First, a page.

Screwmeneutics and Hermenumericals: The Computationality of Hermeneutics

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Abstract

Hermeneutics is the theory of text interpretation. From classical times until now it has been a central tenet of scholarly research, informed by both philology and philosophy. Hermeneutics as a theory concerns itself with the nature of interpretation, its subjectivity, historicity, multi-perspectivity, and its dependence on context. It is precisely these interpretative aspects of humanities research that are often felt as being at odds with the perceived scientific empirical paradigm found in computer science and software design. The digital humanities is a field where this clear tension between hermeneutical narrative and quantified patterns surfaces. This tension calls urgently for a fundamental dialog between humanities and computer science about the status of a hermeneutics as an imperative to humanities research, and about a humanities-informed hermeneutics of code, algorithms, and quantification.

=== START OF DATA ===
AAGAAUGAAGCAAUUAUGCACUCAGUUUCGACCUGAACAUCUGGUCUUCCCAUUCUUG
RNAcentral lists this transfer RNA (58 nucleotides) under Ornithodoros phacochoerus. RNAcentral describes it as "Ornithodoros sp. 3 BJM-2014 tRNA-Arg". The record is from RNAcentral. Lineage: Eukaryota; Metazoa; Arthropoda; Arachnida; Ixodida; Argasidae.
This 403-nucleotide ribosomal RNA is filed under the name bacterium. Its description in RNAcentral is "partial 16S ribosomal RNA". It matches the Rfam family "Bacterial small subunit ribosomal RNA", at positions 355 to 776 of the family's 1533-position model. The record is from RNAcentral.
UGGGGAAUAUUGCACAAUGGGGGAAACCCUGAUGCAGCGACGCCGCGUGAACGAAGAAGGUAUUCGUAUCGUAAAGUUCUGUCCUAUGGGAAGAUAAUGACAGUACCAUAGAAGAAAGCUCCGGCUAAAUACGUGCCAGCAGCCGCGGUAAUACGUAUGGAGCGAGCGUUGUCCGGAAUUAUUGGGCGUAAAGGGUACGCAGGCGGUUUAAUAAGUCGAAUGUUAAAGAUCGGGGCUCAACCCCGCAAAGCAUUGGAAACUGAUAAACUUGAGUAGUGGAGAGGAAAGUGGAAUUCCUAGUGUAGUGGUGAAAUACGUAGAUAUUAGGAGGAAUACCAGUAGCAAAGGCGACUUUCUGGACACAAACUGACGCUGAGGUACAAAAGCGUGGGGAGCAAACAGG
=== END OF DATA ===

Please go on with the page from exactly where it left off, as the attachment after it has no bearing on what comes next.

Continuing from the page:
Original languageEnglish
Title of host publicationA New Companion to Digital Humanities
EditorsSusan Schreibman, Ray Siemens, John Unsworth
PublisherWiley-Blackwell
Pages331-347
Number of pages17
ISBN (Print)978-1-118-68059-9
Publication statusPublished - Jan 2016

Keywords

  • hermeneutics
  • scientism
  • algorithms
  • quantification
  • interpretation

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